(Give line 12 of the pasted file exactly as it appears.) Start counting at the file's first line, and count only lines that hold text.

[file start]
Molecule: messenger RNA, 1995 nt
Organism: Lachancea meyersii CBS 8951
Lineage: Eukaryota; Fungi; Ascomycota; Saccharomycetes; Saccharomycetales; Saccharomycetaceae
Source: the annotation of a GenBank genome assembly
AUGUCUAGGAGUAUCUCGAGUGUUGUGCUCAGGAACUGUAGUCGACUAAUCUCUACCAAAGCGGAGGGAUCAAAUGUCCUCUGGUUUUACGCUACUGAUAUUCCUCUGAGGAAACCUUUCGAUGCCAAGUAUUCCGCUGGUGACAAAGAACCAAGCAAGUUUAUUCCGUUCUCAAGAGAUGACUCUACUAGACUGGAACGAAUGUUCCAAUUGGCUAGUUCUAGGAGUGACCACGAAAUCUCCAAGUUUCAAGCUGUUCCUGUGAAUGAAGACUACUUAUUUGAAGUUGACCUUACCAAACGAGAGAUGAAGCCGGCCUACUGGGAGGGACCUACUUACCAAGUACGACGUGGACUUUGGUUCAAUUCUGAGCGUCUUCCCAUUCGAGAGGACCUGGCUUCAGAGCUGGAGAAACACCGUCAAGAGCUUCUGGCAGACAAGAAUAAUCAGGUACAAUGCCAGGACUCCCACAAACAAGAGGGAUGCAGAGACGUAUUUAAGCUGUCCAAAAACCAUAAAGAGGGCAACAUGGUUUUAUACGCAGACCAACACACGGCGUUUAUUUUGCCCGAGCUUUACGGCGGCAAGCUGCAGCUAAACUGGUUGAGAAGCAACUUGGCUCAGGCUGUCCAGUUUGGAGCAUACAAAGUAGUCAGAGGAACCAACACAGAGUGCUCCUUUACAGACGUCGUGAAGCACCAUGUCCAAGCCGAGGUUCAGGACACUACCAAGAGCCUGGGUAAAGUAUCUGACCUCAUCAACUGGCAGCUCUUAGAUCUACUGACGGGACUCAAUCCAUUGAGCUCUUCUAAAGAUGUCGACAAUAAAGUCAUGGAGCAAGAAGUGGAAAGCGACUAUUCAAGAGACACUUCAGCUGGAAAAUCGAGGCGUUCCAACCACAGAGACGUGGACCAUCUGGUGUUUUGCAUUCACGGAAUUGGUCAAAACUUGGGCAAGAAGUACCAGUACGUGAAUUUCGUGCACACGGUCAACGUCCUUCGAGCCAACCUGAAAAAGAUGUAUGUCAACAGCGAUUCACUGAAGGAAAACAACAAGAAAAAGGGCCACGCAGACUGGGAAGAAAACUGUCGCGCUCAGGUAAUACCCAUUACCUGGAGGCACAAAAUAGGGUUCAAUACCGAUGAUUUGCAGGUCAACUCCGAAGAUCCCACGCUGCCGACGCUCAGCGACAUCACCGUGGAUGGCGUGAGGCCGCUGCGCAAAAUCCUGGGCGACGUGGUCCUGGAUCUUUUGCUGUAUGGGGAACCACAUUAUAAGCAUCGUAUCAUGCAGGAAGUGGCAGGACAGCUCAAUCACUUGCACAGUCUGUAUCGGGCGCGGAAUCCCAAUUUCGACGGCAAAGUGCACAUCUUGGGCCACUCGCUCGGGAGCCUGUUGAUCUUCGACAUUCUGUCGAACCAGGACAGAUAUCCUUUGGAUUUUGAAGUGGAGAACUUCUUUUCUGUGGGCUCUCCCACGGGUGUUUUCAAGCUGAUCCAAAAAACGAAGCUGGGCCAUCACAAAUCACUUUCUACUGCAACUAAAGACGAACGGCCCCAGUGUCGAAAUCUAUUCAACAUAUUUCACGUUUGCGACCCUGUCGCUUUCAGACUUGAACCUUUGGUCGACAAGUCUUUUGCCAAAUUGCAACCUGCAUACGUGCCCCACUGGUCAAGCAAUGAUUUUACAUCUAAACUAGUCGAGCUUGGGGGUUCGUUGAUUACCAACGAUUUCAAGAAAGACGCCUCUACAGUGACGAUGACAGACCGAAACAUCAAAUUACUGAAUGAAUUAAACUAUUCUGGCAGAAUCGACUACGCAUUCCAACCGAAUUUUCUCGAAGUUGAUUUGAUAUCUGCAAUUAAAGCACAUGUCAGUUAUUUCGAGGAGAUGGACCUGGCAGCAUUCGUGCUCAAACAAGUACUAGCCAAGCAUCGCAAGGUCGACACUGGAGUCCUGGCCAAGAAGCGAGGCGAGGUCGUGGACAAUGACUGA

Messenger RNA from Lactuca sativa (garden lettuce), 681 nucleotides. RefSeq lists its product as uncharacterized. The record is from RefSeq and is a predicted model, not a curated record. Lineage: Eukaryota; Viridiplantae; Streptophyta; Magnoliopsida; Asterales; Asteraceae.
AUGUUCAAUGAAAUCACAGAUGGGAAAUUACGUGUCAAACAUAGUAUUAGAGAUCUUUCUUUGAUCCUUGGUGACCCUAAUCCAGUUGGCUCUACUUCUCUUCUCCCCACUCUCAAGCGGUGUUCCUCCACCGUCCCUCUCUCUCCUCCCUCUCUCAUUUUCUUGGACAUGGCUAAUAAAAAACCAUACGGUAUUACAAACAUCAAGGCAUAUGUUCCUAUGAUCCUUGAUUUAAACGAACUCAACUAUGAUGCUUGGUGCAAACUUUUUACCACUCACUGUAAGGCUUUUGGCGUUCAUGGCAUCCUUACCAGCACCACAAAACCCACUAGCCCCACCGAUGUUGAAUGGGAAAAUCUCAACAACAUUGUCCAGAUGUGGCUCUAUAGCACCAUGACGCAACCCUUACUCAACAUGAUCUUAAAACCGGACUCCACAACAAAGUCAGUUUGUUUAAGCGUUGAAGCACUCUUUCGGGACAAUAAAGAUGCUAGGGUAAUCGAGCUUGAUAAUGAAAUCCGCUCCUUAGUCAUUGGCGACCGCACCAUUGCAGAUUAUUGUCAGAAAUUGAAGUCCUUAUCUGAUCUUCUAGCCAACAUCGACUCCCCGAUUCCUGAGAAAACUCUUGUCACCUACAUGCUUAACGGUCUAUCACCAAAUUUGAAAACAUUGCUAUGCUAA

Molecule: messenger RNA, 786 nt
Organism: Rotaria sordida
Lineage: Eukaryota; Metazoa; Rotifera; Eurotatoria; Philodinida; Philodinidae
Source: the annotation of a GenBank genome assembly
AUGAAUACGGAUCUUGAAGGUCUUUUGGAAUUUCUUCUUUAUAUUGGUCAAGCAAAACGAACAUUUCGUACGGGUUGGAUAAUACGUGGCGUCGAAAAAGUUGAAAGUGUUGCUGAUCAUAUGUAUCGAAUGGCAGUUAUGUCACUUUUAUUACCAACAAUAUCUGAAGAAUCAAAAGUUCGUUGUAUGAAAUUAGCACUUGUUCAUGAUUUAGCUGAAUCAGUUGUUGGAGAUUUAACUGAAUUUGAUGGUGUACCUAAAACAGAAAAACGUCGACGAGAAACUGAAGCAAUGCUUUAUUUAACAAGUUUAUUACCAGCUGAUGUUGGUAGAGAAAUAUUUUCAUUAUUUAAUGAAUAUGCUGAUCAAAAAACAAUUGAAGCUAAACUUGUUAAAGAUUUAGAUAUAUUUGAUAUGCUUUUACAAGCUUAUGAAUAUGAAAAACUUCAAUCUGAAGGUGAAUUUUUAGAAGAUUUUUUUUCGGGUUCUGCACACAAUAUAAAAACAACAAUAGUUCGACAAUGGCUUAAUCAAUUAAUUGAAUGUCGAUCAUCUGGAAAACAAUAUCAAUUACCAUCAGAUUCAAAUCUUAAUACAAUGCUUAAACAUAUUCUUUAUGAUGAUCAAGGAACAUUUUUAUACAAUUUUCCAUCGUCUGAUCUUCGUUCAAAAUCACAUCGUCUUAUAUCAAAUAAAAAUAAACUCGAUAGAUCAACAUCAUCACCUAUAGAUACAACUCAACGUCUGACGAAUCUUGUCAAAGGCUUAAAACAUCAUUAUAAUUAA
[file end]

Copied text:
AUGAAUACGGAUCUUGAAGGUCUUUUGGAAUUUCUUCUUUAUAUUGGUCAAGCAAAACGAACAUUUCGUACGGGUUGGAUAAUACGUGGCGUCGAAAAAGUUGAAAGUGUUGCUGAUCAUAUGUAUCGAAUGGCAGUUAUGUCACUUUUAUUACCAACAAUAUCUGAAGAAUCAAAAGUUCGUUGUAUGAAAUUAGCACUUGUUCAUGAUUUAGCUGAAUCAGUUGUUGGAGAUUUAACUGAAUUUGAUGGUGUACCUAAAACAGAAAAACGUCGACGAGAAACUGAAGCAAUGCUUUAUUUAACAAGUUUAUUACCAGCUGAUGUUGGUAGAGAAAUAUUUUCAUUAUUUAAUGAAUAUGCUGAUCAAAAAACAAUUGAAGCUAAACUUGUUAAAGAUUUAGAUAUAUUUGAUAUGCUUUUACAAGCUUAUGAAUAUGAAAAACUUCAAUCUGAAGGUGAAUUUUUAGAAGAUUUUUUUUCGGGUUCUGCACACAAUAUAAAAACAACAAUAGUUCGACAAUGGCUUAAUCAAUUAAUUGAAUGUCGAUCAUCUGGAAAACAAUAUCAAUUACCAUCAGAUUCAAAUCUUAAUACAAUGCUUAAACAUAUUCUUUAUGAUGAUCAAGGAACAUUUUUAUACAAUUUUCCAUCGUCUGAUCUUCGUUCAAAAUCACAUCGUCUUAUAUCAAAUAAAAAUAAACUCGAUAGAUCAACAUCAUCACCUAUAGAUACAACUCAACGUCUGACGAAUCUUGUCAAAGGCUUAAAACAUCAUUAUAAUUAA